Finding Connection Through My Daughter’s Down Syndrome Diagnosis

For most people, October represents a new season and a time for change. A change in weather, foliage, clothes, hair color. Its a time when we start reflecting on what we want the rest of our year to look like. But for so many families like myself, October represents so much more than that. It’s the one time of year when we start talking about more than the impending holiday season. We start talking about acceptance, inclusion, and diversity. We open up our lives to others, we spread awareness, we shout our loved ones’ worth. As a community, we come together to talk about our struggles, our goals, and our dreams.

October = Down Syndrome

Not too long ago, October was a month that housed so much pain and anxiety that it crippled me most days. A pain that only those close to me truly got to experience. A pain that any mom whose walked in my shoes can relate to all too well. Three years ago, on a Friday morning in October, I received a phone call that changed my life forever. I was 12 weeks pregnant with my first child when I found out she would be born with Down syndrome. To say that I was nervous would be an understatement. I was shaken, unprepared, and uneducated.

Down syndrome was something I spent a long time feeling scared of. Mainly because I didn’t know anything about it, and mostly because I didn’t know anyone with Down syndrome. So many parents and families find themselves in this same situation. Not knowing where to go or who to turn to for help. That’s where our local Down syndrome associations came into play.

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Meet the Down Syndrome Association of Jacksonville

We are so fortunate to have an amazing local organization right here in Jacksonville. The Down Syndrome Association of Jacksonville offers outreach programs and services to new parents just receiving a Down syndrome diagnosis. For many parents who are scared and overwhelmed like I was, the DSAJ provides referrals, guidance, and support to new families. Along with a multitude of sports and wellness programs, the DSAJ also hosts social groups, one of which is near and dear to my heart — “The Lil Stars Program.” This group is geared towards families with children ages newborn through 5 and allows local families to connect and come together. I have been so fortunate to be a part of this group and have met so many wonderful families who are traveling the same road as we are.

The DSAJ doesn’t just focus on children, though. They are committed to helping adults with Down syndrome, as well. With the recent launch of their newest initiative, Career Solutions Employment Programthe DSAJ has successfully placed individuals in the workplace and is partnering with local businesses for continued placement. In addition, the DSAJ’s paid internship program is preparing individuals to be successful employees within the workplace.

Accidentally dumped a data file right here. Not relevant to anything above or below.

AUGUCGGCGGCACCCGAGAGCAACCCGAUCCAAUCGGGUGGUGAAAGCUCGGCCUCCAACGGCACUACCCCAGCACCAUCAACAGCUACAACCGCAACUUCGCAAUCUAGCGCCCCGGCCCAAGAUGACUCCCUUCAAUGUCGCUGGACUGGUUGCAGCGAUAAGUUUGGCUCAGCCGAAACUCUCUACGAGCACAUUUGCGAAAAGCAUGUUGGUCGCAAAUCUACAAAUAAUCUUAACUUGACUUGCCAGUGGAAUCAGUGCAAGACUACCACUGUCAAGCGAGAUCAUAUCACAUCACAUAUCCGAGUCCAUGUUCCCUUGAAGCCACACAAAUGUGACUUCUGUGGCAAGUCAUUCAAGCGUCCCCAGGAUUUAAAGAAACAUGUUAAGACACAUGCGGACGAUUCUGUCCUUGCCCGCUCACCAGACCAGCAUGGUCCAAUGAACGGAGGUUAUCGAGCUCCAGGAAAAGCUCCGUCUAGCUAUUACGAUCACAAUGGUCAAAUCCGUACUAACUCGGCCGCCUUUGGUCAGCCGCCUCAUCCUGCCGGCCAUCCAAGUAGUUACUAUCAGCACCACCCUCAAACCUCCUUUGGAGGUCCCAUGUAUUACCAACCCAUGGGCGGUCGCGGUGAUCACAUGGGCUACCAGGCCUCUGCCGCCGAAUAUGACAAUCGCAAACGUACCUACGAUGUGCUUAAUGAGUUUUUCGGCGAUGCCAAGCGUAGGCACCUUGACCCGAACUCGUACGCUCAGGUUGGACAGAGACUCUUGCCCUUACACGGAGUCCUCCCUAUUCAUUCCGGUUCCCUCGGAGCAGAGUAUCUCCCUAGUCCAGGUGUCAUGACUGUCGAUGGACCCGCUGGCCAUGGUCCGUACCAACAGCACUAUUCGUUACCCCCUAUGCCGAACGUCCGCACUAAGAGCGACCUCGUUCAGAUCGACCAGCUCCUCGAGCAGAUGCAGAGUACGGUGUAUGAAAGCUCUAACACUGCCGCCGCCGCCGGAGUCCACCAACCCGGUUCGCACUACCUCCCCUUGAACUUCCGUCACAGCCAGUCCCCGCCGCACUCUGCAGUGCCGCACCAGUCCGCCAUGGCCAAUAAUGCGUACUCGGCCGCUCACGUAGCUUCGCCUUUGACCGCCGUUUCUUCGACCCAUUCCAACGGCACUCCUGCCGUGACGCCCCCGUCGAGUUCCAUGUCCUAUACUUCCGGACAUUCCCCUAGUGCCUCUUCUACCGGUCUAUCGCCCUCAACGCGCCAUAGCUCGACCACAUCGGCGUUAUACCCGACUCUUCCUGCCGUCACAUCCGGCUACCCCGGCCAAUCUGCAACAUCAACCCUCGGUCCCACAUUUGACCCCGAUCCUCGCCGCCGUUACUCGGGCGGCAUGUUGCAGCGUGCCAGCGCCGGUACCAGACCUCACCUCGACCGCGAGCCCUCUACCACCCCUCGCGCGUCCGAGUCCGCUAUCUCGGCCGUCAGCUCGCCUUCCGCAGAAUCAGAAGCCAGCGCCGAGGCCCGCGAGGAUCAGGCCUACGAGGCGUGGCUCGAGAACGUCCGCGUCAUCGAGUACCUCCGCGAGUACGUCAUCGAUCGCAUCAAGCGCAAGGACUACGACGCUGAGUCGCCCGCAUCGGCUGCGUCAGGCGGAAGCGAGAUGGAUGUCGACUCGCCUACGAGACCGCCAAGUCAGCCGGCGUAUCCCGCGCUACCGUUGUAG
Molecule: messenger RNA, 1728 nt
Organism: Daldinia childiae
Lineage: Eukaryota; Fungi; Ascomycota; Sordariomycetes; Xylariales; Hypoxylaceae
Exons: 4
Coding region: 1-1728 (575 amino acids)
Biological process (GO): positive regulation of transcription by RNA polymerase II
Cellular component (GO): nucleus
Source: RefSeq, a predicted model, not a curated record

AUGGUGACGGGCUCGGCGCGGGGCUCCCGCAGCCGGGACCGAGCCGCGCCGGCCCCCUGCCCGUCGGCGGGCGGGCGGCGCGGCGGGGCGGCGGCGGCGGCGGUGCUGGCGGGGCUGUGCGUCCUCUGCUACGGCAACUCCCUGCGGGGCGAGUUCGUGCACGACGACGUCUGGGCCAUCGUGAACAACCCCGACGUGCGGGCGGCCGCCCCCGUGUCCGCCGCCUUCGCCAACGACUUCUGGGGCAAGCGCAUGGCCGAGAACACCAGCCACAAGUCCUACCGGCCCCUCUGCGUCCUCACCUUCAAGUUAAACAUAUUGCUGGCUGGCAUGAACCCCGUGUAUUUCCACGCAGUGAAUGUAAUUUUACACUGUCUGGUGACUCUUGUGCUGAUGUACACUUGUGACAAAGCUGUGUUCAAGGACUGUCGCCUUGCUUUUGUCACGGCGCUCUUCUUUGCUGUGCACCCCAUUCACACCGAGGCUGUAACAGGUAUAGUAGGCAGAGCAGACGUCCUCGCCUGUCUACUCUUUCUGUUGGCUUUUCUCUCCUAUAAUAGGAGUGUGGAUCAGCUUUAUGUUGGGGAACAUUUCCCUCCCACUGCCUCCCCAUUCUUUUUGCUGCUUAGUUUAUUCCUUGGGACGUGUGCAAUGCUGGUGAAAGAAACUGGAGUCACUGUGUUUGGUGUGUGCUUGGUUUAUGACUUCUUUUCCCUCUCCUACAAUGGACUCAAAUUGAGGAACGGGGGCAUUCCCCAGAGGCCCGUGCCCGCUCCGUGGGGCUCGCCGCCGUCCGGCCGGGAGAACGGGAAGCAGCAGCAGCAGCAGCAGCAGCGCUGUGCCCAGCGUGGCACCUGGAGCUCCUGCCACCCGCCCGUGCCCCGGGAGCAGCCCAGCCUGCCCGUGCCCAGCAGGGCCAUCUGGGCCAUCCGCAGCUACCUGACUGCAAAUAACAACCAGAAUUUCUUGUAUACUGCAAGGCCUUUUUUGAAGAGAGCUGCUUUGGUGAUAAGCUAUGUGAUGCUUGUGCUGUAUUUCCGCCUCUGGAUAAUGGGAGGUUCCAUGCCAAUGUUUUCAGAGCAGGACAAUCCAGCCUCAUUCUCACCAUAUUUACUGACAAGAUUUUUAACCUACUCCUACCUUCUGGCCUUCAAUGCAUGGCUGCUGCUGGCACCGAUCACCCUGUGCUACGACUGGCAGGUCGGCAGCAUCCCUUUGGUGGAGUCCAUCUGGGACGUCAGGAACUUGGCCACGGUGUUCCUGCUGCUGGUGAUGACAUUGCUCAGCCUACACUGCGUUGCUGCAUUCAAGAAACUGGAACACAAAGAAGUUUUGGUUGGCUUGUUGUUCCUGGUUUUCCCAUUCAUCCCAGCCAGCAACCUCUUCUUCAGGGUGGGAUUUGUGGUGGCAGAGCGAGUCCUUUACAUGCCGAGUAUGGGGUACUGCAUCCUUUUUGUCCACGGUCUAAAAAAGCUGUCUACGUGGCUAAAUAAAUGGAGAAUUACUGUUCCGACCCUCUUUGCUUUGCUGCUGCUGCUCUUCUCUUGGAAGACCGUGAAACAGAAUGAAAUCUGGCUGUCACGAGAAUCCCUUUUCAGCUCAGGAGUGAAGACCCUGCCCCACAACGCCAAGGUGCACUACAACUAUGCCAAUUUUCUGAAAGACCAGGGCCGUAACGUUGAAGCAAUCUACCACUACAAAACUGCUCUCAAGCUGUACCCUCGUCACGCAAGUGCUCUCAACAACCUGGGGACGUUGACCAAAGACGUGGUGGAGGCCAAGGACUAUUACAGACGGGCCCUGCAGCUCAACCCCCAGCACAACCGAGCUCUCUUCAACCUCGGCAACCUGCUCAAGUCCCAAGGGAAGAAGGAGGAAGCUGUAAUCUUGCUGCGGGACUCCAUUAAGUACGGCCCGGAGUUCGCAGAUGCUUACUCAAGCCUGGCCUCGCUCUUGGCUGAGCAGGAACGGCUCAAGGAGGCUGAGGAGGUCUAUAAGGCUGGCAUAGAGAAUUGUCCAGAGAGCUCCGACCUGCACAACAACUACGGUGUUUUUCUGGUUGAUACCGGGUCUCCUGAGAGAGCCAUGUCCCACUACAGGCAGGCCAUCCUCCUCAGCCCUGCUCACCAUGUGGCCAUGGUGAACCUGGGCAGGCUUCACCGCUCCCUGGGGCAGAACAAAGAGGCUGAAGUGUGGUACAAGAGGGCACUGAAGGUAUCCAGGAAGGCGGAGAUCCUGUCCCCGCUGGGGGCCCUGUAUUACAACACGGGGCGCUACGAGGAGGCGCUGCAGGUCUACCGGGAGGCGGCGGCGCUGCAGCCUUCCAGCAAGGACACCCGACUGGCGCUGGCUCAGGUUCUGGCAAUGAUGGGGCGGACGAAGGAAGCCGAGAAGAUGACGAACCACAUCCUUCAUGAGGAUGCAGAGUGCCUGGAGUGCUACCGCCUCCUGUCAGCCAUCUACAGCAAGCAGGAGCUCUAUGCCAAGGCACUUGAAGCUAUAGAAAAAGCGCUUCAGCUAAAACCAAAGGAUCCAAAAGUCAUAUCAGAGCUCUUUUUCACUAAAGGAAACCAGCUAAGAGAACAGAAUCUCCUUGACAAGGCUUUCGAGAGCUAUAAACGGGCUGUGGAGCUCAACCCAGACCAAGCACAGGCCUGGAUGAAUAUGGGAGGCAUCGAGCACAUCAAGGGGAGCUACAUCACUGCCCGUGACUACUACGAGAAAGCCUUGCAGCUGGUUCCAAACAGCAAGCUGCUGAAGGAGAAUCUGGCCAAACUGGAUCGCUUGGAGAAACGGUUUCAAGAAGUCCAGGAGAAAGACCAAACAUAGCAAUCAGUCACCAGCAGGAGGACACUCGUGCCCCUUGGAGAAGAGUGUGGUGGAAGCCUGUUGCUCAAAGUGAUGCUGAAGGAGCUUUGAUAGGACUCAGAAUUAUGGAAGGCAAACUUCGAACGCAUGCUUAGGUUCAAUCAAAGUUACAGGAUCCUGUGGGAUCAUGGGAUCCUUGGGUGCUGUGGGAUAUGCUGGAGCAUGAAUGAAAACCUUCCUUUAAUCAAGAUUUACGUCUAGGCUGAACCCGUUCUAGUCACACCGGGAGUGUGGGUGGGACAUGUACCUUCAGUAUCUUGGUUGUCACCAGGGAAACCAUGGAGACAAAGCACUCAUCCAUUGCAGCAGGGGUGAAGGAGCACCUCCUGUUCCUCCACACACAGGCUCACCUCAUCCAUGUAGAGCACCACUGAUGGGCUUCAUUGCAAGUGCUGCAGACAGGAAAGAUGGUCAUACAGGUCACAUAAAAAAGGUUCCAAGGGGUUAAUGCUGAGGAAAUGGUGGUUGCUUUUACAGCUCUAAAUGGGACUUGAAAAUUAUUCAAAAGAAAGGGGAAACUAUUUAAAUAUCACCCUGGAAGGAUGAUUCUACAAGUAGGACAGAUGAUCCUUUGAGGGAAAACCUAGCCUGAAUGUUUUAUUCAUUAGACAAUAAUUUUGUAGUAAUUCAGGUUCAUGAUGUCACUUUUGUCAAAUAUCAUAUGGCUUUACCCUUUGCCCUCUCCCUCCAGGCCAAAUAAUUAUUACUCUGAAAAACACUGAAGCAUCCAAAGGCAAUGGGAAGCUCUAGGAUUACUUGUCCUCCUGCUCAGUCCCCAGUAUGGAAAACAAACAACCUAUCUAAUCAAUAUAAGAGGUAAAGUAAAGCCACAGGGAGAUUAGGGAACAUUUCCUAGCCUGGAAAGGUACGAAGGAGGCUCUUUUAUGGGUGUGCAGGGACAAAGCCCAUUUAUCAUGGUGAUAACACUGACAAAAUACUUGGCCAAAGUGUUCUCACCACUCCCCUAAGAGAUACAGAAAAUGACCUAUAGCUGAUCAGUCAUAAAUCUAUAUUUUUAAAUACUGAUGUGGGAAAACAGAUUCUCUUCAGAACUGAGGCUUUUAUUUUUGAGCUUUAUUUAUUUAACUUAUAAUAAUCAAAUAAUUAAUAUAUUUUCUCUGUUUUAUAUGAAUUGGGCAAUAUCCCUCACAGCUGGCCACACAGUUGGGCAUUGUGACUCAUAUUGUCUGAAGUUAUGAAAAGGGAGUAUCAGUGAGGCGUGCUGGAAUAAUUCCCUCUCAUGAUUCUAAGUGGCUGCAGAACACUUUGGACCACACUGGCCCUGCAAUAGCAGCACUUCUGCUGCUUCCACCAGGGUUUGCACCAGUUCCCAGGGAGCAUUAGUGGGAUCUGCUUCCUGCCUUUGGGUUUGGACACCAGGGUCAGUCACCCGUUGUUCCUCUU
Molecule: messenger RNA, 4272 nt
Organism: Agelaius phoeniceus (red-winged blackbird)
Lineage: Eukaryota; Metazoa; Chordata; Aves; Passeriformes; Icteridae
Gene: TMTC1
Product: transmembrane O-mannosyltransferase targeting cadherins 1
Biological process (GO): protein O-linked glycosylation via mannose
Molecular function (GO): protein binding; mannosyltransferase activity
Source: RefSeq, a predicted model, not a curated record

Why We Need Your Help

Aside from the amazing social opportunities the DSAJ provides for local families, the biggest offering they give to our community is help with therapies. Individuals who are born with Down syndrome often require a variety of therapies to help them grow and become more self sufficient in everyday life. My daughter has been in occupational, physical, and speech therapy since she was just a few months old. The DSAJ helps provide families with funding for therapy when insurance and out-of-pocket expenses fall short. In order to help families pay for these therapies and to continue providing services to our community, the DSAJ hosts their annual “Buddy Walk.” The Buddy Walk is the biggest fundraising event of the year for DSAJ. They have a goal of $245,000, and we need you to help us meet it!

Join us Saturday, October 20 at the Seawalk Pavilion in Jacksonville Beach for the 16th annual Buddy Walk. There will be food, games, live music, and dancing from 10 a.m. to 3 p.m. with the walk beginning at 12:30 p.m. If you can’t make the walk but would like to donate to this organization, you can click here.

If you have interest in hiring or having interns train in your office, please contact the DSAJ, and visit dsaj.org for more information.

About the Author

Courtney Pecora is a St. Augustine Moms Blog contributor who was born and raised in Saint Augustine, Florida. She met her husband, Vince, in 9th-grade gym class and the two have been inseparable ever since. Courtney is a former hairstylist of 10 years and in 2013 was voted “best of Saint Augustine.” She recently left her job behind the chair for a new position as full-time wife and mommy to Ella, 1, and her newborn, Emilia. When she’s not knee deep in diapers and snack time, she enjoys interior design projects, date nights with her husband and hunting down the perfect margarita. Courtney is also heavily involved in the Down syndrome community. She recently was a key speaker at the March for Life event promoting acceptance and inclusion on behalf of her daughter, Ella. To follow along with Courtney’s personal journey with Down syndrome and her life as a mother juggling two under 2, you can check out her blog, Bottles & Whine.

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